Universality and Interconnectedness of Play Among Earth’s Creatures

Myra here.

For this year’s reading theme, we hope to feature books that fit any of the following criteria:

  1. Postcolonial literature and/or [pre/post] revolutionary stories
  2. Stories by indigenous / first-nation peoples / people of colour
  3. Narratives of survival and healing, exile and migration, displacement and dispossession
  4. Books written or illustrated by people who have been colonized, oppressed, marginalized

We All Play [Amazon | Book Depository]

Written and Illustrated by Julie Flett Published by Greystone Kids (2021) ISBN: 1771646071 (ISBN13: 9781771646079) Borrowed from Overdrive. Book photos taken by me.

Julie Flett is a master at distilling children’s activities and relationships and behaviours in a way that makes her books alive, fun, and infinitely engaging.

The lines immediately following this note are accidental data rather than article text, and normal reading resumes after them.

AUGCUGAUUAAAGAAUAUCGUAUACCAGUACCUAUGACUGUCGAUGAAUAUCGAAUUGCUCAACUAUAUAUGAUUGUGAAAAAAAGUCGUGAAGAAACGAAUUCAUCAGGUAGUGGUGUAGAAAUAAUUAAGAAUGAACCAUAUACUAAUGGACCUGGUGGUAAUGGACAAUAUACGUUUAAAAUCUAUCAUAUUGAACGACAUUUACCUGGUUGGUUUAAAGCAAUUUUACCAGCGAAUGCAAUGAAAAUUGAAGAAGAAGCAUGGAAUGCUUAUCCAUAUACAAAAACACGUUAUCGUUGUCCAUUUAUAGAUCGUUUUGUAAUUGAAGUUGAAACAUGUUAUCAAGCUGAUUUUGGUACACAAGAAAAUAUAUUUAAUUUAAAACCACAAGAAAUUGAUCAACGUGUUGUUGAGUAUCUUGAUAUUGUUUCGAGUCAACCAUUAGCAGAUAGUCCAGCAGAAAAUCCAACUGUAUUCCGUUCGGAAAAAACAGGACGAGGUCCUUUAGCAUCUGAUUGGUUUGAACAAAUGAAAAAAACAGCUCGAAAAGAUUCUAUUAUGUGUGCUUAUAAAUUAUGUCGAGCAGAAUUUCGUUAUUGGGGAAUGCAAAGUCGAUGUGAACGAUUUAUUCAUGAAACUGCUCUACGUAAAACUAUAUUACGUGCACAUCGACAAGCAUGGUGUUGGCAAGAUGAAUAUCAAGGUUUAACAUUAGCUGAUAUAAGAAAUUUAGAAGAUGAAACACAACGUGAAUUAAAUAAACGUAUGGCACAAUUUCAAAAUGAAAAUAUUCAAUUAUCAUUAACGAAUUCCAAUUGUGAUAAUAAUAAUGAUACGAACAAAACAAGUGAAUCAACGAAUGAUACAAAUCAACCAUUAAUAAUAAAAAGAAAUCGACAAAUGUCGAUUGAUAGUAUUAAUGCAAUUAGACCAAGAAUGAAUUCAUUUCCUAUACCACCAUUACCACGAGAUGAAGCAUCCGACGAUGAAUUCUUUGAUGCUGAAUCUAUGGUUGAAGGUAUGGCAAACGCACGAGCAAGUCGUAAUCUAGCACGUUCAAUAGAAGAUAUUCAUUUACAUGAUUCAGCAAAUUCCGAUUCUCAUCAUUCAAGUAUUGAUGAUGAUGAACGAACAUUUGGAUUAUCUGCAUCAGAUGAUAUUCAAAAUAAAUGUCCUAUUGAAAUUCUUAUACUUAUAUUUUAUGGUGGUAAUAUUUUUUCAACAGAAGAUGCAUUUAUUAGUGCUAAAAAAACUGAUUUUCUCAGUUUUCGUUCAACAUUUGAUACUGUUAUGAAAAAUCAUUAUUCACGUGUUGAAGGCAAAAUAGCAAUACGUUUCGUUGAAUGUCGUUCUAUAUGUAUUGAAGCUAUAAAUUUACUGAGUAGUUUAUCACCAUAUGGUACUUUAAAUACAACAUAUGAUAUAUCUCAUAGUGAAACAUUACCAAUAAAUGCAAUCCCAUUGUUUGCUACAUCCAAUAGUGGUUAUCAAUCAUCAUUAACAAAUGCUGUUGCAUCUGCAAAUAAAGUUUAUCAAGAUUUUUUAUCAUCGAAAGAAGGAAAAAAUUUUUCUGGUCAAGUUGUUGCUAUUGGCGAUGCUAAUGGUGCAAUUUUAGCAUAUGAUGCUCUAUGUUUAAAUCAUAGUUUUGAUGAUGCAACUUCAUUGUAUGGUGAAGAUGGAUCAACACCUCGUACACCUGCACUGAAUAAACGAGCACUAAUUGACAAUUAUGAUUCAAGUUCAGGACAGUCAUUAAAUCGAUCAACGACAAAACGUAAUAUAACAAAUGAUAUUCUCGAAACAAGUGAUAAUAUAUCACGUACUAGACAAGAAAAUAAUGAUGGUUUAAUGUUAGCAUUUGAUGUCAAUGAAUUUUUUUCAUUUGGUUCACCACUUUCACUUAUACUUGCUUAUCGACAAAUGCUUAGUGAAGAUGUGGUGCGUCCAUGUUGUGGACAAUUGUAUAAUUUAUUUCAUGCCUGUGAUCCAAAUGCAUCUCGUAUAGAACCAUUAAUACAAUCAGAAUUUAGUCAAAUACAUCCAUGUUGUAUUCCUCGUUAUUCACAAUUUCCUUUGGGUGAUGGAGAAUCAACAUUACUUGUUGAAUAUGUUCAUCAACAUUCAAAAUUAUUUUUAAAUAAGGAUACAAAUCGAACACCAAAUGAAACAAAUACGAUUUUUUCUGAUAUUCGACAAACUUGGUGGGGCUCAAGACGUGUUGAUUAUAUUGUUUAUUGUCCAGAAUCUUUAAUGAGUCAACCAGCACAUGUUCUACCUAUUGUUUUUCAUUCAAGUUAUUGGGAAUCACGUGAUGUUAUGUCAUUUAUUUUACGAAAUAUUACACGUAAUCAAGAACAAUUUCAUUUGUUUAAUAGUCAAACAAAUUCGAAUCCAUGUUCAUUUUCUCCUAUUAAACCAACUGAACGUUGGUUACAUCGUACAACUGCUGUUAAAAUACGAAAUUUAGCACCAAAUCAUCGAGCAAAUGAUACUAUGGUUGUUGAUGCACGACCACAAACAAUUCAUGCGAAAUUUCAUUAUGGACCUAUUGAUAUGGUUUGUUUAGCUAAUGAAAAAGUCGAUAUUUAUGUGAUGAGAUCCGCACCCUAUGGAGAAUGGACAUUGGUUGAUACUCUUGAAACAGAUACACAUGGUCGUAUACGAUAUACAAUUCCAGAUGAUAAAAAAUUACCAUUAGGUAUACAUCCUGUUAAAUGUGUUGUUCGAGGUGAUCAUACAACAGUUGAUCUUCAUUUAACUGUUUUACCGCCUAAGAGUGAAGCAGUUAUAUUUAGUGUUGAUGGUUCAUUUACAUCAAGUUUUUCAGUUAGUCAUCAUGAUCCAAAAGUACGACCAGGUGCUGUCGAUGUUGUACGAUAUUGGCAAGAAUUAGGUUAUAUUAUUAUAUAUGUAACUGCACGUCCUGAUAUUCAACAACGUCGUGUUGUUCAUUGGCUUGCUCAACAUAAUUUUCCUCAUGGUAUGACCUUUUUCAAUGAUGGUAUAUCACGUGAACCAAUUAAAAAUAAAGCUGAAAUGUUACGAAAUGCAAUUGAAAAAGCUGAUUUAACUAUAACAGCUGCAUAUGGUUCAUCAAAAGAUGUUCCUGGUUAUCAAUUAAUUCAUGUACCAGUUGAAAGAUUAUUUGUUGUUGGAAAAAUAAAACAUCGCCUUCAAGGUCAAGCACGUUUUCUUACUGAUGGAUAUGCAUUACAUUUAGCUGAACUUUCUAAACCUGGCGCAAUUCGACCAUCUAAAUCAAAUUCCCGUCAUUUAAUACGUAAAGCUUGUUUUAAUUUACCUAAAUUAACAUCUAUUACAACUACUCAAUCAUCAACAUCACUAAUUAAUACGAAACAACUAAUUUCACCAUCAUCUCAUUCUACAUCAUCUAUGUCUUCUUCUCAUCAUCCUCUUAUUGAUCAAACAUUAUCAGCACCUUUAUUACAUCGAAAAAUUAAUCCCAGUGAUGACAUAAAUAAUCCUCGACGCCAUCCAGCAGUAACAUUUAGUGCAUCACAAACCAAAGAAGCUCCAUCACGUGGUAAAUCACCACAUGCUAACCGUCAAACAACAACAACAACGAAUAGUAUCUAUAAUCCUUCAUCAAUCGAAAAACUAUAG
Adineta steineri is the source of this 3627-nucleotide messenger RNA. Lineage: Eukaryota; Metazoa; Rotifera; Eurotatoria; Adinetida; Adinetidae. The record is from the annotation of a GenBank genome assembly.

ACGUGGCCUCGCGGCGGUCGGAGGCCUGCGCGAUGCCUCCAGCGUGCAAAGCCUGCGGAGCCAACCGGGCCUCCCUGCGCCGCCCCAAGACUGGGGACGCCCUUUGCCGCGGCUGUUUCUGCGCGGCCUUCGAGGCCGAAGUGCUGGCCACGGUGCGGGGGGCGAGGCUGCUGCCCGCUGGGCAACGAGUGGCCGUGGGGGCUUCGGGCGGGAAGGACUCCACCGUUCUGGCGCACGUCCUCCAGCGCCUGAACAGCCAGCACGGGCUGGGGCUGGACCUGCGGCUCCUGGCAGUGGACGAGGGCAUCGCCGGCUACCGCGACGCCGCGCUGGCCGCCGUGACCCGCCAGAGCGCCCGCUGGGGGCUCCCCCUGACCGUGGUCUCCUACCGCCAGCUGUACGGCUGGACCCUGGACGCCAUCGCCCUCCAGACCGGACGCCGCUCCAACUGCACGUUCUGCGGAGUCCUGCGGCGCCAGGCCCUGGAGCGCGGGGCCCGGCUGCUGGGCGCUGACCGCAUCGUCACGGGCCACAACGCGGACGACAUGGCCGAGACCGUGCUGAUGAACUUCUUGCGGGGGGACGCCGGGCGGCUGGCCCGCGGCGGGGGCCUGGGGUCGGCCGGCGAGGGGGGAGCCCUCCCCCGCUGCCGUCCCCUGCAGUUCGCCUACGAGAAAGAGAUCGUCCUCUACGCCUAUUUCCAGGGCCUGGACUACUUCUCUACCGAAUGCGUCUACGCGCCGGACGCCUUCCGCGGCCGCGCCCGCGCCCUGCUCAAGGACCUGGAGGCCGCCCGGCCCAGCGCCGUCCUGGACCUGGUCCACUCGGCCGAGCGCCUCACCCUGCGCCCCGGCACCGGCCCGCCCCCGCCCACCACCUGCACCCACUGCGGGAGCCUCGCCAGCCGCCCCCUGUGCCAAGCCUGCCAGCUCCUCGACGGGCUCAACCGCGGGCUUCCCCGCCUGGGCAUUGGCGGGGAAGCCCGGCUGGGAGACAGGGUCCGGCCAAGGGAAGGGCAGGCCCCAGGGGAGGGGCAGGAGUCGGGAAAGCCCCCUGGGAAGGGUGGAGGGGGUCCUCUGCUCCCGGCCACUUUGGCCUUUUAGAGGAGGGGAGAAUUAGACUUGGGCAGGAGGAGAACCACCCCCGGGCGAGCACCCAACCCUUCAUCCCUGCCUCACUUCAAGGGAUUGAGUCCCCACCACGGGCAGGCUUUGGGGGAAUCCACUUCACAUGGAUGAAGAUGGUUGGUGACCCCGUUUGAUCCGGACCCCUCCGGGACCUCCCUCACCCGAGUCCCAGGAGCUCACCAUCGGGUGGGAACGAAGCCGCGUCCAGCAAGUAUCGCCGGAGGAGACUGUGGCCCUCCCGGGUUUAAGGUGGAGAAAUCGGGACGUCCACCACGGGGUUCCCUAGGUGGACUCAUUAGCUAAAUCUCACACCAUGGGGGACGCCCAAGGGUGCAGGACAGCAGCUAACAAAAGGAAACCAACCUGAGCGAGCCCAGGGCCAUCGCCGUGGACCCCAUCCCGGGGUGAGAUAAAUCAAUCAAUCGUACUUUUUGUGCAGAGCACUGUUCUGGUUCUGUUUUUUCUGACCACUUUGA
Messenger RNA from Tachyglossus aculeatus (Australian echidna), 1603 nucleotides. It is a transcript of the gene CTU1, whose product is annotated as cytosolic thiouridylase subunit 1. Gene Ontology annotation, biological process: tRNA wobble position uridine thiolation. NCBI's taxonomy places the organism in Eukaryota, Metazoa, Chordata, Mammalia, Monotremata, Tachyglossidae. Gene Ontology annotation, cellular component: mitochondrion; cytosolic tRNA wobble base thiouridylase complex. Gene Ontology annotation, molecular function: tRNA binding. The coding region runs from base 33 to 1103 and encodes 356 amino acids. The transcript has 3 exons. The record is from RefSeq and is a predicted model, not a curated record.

This is felt even more keenly with her latest title, We All Play, where the interconnectedness among species who hide and hop, chase and chirp, yip and yawn is celebrated, as befitting all creatures of God’s earth who play and run and frolic under the sun.

The picturebook is also a feast of Cree words, including a list of vocabulary words at the end of book – a celebration of, and tribute to Flett’s Cree-Metis heritage. As she further explained in her Author’s note:

Whether we are running and hopping through the grass or rolling along the street or pondering creatures in the creek, we are all connected, living in relationship and in care to one another, in kinship. In Cree, this is called wâhkôhtowin.

While deceptively simple, the subtext underlying the story is our shared responsibility towards each other, as we all embrace Nature’s bounty in play and joy.

#DecolonizeBookshelves2022 Update: 4 out of target 100

January 20, 2022 at 06:30AM Myra Garces-Bacsal